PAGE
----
Do you ever identify with the people you encounter in Sacred Scripture? Following some of the recent events in the news, I’ve been feeling like Elijah in today’s first reading: the accusations of sexual abuse within 6 diocese in Pennsylvania and similar accusations against a prominent Cardinal in the Catholic Church; The suicides of celebrities who appeared to have had it all; the more than 160 drug overdoses in one weekend in Philadelphia. For anyone whose life has been touched by scandal, suicide, substance abuse, the news of such events can bring back horrific memories that reopen old wounds. If your life hasn’t been directly affected by one of these or similar hardships you most certainly know someone whose life as been. At some point in our lives all of us have moments when we identify with Elijah and cry out…”Enough, O LORD! Enough!” We might come to Mass looking for strength to remain hopeful in the midst of suffering amongst our friends, our family or maybe even ourselves. The answer that the Church gives us and highlights over five Sundays during this period of Ordinary Time….the Eucharist.
Now don’t misunderstand me. The Eucharist is not magic. Receiving Holy Communion won’t magically make our problems disappear. If it did, could you imagine the crowds that we’d have coming to Mass? You’d have to come hours ahead of time to get into the church! The Eucharist comes down from heaven to strengthen us on our earthly journey. And it lifts us back up so that we might participate in God’s divine life. In the words of the 2nd Vatican Council, “The Eucharist is the source and summit of our Christian life.” The Eucharist gives us hope and sustenance, especially in troubled times.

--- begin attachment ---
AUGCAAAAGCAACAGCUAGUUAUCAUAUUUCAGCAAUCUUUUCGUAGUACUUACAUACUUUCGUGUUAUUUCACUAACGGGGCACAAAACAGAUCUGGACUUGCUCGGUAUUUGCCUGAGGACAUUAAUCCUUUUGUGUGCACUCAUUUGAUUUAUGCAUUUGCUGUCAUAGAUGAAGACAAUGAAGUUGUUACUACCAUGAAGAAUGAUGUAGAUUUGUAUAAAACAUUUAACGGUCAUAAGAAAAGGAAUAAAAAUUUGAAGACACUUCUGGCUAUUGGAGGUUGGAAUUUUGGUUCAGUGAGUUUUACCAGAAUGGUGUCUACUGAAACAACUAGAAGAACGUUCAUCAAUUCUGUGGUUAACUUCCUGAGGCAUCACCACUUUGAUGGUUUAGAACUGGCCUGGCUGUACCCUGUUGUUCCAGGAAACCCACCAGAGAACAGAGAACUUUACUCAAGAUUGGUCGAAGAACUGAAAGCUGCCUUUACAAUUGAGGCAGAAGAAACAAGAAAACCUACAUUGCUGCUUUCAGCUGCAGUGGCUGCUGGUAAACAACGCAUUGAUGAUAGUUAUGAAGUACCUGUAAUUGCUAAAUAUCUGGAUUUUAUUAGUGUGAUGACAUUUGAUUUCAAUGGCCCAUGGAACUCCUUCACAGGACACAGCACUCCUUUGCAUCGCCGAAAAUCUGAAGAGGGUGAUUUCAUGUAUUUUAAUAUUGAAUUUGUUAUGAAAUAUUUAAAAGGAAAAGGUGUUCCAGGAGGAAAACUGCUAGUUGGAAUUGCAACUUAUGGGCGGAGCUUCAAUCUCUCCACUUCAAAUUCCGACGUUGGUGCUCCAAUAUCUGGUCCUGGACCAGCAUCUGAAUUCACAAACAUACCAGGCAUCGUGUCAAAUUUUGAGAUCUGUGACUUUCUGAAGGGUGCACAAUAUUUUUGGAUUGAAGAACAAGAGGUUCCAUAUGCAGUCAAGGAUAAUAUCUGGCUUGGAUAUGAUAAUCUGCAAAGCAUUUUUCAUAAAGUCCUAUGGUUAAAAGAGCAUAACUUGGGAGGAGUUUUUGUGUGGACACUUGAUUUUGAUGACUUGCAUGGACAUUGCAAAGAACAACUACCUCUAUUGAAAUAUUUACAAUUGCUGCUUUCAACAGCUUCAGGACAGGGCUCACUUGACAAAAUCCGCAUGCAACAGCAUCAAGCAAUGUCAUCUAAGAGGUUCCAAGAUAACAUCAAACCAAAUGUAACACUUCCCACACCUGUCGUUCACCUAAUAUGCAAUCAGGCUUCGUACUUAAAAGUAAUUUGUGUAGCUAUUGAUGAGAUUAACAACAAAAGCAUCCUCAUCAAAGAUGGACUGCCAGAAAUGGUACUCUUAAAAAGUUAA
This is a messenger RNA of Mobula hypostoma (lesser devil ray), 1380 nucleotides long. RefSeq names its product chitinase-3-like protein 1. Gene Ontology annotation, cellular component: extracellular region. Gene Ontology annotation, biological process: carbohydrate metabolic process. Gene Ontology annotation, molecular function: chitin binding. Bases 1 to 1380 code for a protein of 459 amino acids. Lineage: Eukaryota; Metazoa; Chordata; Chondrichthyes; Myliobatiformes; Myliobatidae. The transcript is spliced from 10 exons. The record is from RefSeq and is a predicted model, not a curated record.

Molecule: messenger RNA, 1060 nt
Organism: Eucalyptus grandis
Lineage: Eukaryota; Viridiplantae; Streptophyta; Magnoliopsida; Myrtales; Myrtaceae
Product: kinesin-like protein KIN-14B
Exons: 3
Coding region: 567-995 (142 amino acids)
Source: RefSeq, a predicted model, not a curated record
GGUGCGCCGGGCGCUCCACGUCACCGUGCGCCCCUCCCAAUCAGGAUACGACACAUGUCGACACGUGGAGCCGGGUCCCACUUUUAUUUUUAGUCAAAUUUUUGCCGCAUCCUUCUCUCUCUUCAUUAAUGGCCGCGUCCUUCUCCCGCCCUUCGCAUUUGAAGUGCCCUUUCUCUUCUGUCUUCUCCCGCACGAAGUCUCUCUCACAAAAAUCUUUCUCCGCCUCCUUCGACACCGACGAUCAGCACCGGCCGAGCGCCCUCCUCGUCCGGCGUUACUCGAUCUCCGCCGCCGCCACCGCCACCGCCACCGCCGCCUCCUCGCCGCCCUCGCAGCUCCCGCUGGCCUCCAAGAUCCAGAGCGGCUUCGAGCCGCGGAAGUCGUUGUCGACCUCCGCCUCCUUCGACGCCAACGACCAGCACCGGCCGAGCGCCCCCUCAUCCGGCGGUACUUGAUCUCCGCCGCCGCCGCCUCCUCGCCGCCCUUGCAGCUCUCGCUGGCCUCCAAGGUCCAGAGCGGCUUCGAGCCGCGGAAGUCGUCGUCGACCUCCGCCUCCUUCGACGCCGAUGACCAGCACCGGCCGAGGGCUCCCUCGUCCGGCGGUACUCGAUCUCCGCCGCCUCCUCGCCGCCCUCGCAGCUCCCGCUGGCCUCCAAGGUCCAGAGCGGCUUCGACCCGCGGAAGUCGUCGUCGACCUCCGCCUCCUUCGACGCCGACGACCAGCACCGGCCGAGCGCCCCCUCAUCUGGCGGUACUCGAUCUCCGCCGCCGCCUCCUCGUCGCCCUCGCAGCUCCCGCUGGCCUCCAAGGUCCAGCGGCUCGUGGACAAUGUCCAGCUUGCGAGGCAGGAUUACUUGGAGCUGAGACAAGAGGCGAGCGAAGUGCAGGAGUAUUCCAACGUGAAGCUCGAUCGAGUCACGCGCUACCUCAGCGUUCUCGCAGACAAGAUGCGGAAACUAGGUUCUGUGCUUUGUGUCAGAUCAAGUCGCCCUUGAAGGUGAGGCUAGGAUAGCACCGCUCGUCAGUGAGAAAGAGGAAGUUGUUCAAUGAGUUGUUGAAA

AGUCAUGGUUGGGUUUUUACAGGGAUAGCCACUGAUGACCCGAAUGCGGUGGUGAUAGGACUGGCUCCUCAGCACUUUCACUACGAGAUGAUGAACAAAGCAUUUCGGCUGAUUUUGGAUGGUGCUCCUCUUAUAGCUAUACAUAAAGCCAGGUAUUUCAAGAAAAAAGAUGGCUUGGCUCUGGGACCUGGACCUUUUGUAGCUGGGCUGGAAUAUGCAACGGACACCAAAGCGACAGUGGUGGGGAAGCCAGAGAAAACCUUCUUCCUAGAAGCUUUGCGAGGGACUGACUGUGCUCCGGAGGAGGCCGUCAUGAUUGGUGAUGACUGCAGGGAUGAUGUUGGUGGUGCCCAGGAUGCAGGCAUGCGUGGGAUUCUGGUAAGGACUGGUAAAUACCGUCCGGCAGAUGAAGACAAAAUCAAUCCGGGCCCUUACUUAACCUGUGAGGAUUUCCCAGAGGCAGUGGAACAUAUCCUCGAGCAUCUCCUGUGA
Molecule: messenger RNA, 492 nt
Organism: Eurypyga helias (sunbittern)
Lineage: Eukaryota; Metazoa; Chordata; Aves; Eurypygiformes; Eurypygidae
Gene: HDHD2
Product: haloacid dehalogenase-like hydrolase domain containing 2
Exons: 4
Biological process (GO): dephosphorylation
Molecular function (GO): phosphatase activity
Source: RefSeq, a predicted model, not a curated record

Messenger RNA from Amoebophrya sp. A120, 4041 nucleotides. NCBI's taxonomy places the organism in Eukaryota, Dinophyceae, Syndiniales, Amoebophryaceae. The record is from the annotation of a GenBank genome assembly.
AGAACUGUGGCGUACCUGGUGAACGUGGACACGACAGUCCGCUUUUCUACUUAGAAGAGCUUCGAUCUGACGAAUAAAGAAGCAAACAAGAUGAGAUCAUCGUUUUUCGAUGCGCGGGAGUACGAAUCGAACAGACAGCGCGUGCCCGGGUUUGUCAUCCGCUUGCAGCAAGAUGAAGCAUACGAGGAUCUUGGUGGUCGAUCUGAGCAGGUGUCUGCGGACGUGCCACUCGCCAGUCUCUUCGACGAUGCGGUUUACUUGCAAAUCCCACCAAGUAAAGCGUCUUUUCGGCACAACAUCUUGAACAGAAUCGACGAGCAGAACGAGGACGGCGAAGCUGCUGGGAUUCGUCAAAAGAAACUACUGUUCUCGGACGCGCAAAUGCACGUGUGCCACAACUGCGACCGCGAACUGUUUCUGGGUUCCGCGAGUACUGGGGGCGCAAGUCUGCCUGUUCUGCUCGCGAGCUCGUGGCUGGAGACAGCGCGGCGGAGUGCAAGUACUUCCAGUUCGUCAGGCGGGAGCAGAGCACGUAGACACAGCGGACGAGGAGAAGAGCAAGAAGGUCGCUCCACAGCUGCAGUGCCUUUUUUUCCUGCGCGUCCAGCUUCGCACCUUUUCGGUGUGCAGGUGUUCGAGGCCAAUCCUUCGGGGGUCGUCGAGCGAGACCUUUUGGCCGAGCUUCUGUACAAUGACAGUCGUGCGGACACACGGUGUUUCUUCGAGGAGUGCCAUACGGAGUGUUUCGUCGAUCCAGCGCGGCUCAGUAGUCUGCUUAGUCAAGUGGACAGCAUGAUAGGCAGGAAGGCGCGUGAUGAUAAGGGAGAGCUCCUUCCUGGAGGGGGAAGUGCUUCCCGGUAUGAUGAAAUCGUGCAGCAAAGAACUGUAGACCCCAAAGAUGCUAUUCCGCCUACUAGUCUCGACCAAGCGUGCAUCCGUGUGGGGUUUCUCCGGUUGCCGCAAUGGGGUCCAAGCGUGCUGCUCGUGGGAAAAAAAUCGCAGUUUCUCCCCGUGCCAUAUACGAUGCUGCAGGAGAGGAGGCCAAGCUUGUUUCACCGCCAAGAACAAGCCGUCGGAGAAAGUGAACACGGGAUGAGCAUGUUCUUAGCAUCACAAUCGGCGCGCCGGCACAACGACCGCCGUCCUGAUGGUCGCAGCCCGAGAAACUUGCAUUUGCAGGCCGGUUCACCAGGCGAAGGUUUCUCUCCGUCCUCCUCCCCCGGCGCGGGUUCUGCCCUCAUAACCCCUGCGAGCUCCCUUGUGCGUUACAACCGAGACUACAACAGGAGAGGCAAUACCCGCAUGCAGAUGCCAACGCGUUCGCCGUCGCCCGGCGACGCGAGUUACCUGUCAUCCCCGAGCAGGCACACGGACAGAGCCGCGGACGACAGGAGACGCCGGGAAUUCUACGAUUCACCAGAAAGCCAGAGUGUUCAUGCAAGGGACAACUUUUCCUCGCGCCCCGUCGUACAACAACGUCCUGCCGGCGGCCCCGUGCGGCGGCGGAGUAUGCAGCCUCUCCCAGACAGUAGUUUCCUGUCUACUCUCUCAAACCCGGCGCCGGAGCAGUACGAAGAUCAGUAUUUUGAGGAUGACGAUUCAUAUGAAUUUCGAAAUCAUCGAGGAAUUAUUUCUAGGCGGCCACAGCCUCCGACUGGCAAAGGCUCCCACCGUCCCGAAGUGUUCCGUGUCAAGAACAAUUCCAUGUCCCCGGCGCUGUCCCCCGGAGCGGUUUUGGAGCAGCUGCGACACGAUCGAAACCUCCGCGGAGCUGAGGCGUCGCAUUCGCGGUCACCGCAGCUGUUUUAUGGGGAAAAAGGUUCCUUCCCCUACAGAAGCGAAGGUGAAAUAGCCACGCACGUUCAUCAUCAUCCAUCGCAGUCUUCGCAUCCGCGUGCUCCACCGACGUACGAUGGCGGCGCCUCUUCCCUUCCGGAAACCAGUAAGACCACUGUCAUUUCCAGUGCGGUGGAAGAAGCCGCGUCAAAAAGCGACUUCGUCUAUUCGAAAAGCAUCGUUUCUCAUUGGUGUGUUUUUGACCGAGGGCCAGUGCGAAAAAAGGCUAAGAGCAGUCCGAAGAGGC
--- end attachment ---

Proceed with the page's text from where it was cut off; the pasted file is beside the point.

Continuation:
The Eucharist is said to be the source of Christian life because before we cried out to God, even before the events that led to our cries, God, in His infinite love gave us the Eucharist as THE remedy to sustain us and strengthen us on our pilgrimage back to Him. The Eucharist is “Bread for the journey”: greater than the hearth cake that the angel brought down from heaven which strengthened Elijah on his journey to the mountain of God; greater than the manna in the desert that God rained down from heaven which sustained the Israelites on their journey to the Promised Land; greater than the 5 loaves and 2 fish with which Jesus fed 5,000 men and women; greater than any other gift from God, for the Eucharist is God Himself in the person of Jesus. In times of despair and hopelessness, God is with us and accompanies us on our earthly pilgrimage in the Eucharist.
The Eucharist is also said to be the summit of Christian life for it lifts us up to God through the most perfect prayer…the Sacrifice of the Mass. In the Mass we are able to offer up to God all of our imperfections and all of our sufferings in union with Christ’s sacrifice on the cross. When the gifts of bread and wine are brought forward we can offer up our own personal sufferings. By uniting ourselves with Christ we, the Bod of Christ, become a “sacrament” for the rest of humanity or a sign and instrument of the salvation achieved by Jesus, the Bread of Life. Offered up with Jesus’ sacrifice on the cross, our trails and sufferings give true meaning and purpose to our lives, no matter how broken our lives may be.
As we move into the Liturgy of the Eucharist the words of today’s psalmist come to mind, “Taste and see the goodness of the Lord!” With great anticipation for the mystery that is about to take place, we cry out, “Enough, O LORD! Enough! Silence this preacher already! Send down your angels to this altar with the living bread from heaven so that we may eat, be strengthened on our journey in the midst of our suffering, and one day live in perfect communion with the Trinity!”
The Eucharist…source and summit of our Christian lives.